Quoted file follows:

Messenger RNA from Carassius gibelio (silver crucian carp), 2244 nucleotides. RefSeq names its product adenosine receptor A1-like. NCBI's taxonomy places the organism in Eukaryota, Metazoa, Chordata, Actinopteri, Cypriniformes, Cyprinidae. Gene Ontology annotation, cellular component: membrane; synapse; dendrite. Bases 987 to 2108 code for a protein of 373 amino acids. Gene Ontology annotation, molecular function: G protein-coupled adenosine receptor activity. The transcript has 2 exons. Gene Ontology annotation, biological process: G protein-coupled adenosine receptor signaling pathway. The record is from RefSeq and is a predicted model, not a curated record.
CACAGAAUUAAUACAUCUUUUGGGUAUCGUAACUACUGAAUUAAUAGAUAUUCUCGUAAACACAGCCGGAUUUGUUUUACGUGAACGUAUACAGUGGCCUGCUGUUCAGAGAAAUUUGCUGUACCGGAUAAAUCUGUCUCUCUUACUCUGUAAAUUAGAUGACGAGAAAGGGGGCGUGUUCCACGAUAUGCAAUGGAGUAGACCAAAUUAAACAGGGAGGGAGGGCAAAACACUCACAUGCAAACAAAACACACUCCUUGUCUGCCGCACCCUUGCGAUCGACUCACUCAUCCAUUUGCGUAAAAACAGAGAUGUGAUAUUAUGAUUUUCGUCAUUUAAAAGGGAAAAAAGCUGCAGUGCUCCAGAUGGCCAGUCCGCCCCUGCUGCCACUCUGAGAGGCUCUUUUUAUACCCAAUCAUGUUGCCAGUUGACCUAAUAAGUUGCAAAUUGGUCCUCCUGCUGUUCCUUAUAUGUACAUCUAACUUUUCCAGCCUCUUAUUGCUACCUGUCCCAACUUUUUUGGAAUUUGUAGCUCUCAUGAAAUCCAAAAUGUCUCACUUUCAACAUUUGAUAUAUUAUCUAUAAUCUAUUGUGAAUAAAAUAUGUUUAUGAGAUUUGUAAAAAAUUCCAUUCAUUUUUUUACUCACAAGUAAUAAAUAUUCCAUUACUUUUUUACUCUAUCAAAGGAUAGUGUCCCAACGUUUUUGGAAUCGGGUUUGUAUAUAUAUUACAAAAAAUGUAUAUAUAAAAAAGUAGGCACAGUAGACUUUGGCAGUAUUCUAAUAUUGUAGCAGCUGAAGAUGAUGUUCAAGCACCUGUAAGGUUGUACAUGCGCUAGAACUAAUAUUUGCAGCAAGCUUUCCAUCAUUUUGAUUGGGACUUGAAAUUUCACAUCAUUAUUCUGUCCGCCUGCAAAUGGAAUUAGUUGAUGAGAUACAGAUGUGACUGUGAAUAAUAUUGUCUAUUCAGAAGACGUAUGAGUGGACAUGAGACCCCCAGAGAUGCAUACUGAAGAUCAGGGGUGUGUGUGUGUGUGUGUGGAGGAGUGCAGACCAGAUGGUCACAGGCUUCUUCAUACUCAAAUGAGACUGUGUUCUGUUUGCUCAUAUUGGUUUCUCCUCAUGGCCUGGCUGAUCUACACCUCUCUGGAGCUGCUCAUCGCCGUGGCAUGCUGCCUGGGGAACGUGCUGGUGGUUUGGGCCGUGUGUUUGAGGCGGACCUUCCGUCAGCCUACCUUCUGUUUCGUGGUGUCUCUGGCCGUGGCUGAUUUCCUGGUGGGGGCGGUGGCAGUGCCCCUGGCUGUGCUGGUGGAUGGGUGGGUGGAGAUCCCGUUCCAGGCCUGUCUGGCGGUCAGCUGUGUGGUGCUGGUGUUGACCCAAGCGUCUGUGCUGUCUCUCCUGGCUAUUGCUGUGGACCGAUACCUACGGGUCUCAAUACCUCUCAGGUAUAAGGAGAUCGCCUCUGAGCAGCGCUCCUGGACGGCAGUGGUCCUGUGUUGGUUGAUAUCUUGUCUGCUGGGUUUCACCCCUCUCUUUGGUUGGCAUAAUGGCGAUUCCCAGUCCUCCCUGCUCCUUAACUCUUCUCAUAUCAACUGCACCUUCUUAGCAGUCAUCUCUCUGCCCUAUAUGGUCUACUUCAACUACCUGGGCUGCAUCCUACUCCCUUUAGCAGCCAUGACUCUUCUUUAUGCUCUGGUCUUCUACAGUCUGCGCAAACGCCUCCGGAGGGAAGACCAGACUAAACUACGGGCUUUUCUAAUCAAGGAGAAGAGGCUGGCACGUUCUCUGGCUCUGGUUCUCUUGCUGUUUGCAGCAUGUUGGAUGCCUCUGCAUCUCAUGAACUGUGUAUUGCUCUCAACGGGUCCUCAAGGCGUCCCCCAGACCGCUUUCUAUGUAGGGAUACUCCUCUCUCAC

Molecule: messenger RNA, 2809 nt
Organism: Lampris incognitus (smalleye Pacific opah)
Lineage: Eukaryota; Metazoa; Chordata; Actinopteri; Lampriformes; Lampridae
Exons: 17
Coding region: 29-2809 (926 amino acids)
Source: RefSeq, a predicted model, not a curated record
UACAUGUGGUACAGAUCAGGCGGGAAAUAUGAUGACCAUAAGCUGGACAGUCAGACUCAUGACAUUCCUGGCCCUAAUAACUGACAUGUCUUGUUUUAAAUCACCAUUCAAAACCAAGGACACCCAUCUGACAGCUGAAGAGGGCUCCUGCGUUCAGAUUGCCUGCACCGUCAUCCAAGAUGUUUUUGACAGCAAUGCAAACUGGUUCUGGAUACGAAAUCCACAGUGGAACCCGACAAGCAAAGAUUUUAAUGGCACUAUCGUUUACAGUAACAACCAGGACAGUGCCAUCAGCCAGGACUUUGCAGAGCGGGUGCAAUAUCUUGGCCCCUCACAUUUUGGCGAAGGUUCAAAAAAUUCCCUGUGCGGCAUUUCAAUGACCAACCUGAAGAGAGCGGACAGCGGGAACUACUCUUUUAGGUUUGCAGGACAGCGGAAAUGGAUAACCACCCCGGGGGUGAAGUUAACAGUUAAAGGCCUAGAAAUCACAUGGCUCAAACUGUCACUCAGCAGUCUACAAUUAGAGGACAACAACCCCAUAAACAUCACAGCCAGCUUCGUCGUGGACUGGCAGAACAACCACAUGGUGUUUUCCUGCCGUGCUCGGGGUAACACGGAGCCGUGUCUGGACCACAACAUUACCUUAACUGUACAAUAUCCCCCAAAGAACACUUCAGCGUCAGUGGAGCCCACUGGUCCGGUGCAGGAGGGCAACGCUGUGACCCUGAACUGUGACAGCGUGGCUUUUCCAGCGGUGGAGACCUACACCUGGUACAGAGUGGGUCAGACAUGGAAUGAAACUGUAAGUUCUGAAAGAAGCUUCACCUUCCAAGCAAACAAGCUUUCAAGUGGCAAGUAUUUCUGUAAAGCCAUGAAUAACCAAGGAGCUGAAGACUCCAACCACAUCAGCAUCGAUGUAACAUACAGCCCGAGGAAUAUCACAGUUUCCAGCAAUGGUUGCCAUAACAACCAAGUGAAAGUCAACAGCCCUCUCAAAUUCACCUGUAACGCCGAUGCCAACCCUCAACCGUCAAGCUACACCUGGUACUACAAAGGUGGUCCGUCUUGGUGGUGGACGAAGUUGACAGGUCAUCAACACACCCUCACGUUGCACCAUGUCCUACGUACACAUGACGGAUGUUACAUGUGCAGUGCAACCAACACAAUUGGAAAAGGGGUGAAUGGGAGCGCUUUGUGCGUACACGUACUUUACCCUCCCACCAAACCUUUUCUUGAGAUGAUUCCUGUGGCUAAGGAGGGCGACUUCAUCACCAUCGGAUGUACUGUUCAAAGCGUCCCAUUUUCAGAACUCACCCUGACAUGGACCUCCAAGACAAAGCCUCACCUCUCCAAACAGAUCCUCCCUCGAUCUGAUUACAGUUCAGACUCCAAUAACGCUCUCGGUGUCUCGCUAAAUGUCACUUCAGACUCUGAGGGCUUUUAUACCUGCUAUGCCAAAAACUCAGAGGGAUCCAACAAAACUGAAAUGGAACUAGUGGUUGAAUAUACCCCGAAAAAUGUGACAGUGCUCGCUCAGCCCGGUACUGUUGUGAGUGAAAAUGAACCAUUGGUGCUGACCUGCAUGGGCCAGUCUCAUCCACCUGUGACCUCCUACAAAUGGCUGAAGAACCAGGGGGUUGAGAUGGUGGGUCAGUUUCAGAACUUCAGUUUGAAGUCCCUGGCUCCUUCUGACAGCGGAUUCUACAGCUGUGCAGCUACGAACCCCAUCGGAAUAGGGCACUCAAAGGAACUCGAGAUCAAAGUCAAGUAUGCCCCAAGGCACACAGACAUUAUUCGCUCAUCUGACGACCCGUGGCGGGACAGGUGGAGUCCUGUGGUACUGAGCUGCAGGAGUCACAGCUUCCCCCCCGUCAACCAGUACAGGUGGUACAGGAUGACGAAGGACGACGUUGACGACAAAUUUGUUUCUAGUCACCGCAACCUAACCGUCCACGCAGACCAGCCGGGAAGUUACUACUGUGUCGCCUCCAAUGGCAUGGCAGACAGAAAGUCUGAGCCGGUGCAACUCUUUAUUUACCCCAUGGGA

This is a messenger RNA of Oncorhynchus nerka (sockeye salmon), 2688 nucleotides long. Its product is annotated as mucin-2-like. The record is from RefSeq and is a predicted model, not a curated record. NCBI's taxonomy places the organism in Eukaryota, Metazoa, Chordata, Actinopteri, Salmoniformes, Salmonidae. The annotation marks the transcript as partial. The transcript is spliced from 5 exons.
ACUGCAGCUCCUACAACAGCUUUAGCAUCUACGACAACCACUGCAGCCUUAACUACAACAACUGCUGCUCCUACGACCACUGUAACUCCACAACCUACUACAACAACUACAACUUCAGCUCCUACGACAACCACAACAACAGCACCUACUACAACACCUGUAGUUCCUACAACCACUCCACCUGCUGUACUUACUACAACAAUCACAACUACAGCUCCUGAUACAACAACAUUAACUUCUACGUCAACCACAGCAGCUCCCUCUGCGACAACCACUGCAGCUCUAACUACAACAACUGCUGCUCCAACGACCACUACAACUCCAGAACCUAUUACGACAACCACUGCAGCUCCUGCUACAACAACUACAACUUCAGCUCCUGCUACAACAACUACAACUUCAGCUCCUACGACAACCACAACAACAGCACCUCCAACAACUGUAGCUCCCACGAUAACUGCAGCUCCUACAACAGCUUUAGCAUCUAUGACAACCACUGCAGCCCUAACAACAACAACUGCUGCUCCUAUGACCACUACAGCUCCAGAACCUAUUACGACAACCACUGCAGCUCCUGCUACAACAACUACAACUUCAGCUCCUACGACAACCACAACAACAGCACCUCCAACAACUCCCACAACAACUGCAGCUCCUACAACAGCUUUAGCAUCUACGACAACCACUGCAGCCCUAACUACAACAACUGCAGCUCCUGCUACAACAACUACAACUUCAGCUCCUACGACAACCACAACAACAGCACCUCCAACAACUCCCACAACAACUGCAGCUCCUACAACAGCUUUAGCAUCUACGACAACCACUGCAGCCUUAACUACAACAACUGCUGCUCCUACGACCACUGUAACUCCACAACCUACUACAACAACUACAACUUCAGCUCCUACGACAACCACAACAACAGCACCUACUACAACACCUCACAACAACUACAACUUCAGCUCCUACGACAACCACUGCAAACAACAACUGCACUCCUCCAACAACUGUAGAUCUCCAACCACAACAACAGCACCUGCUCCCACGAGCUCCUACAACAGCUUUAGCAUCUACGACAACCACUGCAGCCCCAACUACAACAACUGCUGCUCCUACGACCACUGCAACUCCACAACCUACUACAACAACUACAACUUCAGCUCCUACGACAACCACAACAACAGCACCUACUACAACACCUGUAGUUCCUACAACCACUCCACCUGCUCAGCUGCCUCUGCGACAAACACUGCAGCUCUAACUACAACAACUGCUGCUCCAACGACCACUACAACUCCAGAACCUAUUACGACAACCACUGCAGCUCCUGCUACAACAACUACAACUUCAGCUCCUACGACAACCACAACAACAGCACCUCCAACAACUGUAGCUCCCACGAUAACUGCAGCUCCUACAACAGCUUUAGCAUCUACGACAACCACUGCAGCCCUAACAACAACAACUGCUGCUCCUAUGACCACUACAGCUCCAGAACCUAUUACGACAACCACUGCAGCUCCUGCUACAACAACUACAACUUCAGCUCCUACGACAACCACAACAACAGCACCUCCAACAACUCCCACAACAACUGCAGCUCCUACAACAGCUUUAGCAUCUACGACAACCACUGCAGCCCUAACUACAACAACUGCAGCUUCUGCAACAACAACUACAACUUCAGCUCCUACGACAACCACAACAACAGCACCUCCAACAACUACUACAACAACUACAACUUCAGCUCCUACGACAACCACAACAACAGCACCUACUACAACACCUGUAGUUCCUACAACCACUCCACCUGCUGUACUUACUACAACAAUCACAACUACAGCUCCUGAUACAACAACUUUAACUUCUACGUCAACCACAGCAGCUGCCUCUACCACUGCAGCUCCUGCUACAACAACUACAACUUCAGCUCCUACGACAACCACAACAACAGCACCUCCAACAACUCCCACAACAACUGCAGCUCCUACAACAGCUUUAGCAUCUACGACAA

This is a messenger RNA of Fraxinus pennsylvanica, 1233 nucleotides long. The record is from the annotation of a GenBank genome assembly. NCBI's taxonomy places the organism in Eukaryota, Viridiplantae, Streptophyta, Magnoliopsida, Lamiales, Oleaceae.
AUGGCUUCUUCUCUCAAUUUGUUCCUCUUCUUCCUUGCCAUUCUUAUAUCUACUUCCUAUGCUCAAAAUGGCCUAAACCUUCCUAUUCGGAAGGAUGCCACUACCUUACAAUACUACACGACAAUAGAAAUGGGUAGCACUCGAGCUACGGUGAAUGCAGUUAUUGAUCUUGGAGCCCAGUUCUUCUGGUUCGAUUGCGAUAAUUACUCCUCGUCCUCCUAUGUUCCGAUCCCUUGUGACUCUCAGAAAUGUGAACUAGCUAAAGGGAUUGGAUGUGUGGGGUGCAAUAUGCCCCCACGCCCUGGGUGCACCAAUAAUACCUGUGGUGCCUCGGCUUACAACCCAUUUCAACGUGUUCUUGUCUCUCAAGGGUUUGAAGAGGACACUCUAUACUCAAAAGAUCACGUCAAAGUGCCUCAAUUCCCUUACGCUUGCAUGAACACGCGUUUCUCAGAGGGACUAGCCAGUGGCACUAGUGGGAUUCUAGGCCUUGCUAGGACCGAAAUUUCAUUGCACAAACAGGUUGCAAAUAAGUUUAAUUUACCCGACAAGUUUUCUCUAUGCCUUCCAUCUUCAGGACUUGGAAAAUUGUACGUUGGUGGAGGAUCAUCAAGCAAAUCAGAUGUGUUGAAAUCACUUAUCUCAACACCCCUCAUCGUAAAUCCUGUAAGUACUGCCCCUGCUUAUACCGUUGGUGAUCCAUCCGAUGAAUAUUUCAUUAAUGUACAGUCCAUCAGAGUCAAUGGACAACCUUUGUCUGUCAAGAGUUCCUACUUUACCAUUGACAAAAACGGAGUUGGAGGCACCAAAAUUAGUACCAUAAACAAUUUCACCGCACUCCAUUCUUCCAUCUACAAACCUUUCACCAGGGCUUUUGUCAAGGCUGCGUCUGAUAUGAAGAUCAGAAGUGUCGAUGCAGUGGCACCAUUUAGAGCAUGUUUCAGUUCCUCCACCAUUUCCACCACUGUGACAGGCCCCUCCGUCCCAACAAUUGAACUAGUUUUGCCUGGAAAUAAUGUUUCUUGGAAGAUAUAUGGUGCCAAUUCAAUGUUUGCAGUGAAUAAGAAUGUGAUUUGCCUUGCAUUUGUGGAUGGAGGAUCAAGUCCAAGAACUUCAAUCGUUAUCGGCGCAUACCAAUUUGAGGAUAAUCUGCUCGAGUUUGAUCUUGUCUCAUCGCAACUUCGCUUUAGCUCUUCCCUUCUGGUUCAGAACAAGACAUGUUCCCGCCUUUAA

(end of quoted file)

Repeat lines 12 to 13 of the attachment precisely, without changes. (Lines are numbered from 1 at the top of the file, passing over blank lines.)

This is a messenger RNA of Fraxinus pennsylvanica, 1233 nucleotides long. The record is from the annotation of a GenBank genome assembly. NCBI's taxonomy places the organism in Eukaryota, Viridiplantae, Streptophyta, Magnoliopsida, Lamiales, Oleaceae.
AUGGCUUCUUCUCUCAAUUUGUUCCUCUUCUUCCUUGCCAUUCUUAUAUCUACUUCCUAUGCUCAAAAUGGCCUAAACCUUCCUAUUCGGAAGGAUGCCACUACCUUACAAUACUACACGACAAUAGAAAUGGGUAGCACUCGAGCUACGGUGAAUGCAGUUAUUGAUCUUGGAGCCCAGUUCUUCUGGUUCGAUUGCGAUAAUUACUCCUCGUCCUCCUAUGUUCCGAUCCCUUGUGACUCUCAGAAAUGUGAACUAGCUAAAGGGAUUGGAUGUGUGGGGUGCAAUAUGCCCCCACGCCCUGGGUGCACCAAUAAUACCUGUGGUGCCUCGGCUUACAACCCAUUUCAACGUGUUCUUGUCUCUCAAGGGUUUGAAGAGGACACUCUAUACUCAAAAGAUCACGUCAAAGUGCCUCAAUUCCCUUACGCUUGCAUGAACACGCGUUUCUCAGAGGGACUAGCCAGUGGCACUAGUGGGAUUCUAGGCCUUGCUAGGACCGAAAUUUCAUUGCACAAACAGGUUGCAAAUAAGUUUAAUUUACCCGACAAGUUUUCUCUAUGCCUUCCAUCUUCAGGACUUGGAAAAUUGUACGUUGGUGGAGGAUCAUCAAGCAAAUCAGAUGUGUUGAAAUCACUUAUCUCAACACCCCUCAUCGUAAAUCCUGUAAGUACUGCCCCUGCUUAUACCGUUGGUGAUCCAUCCGAUGAAUAUUUCAUUAAUGUACAGUCCAUCAGAGUCAAUGGACAACCUUUGUCUGUCAAGAGUUCCUACUUUACCAUUGACAAAAACGGAGUUGGAGGCACCAAAAUUAGUACCAUAAACAAUUUCACCGCACUCCAUUCUUCCAUCUACAAACCUUUCACCAGGGCUUUUGUCAAGGCUGCGUCUGAUAUGAAGAUCAGAAGUGUCGAUGCAGUGGCACCAUUUAGAGCAUGUUUCAGUUCCUCCACCAUUUCCACCACUGUGACAGGCCCCUCCGUCCCAACAAUUGAACUAGUUUUGCCUGGAAAUAAUGUUUCUUGGAAGAUAUAUGGUGCCAAUUCAAUGUUUGCAGUGAAUAAGAAUGUGAUUUGCCUUGCAUUUGUGGAUGGAGGAUCAAGUCCAAGAACUUCAAUCGUUAUCGGCGCAUACCAAUUUGAGGAUAAUCUGCUCGAGUUUGAUCUUGUCUCAUCGCAACUUCGCUUUAGCUCUUCCCUUCUGGUUCAGAACAAGACAUGUUCCCGCCUUUAA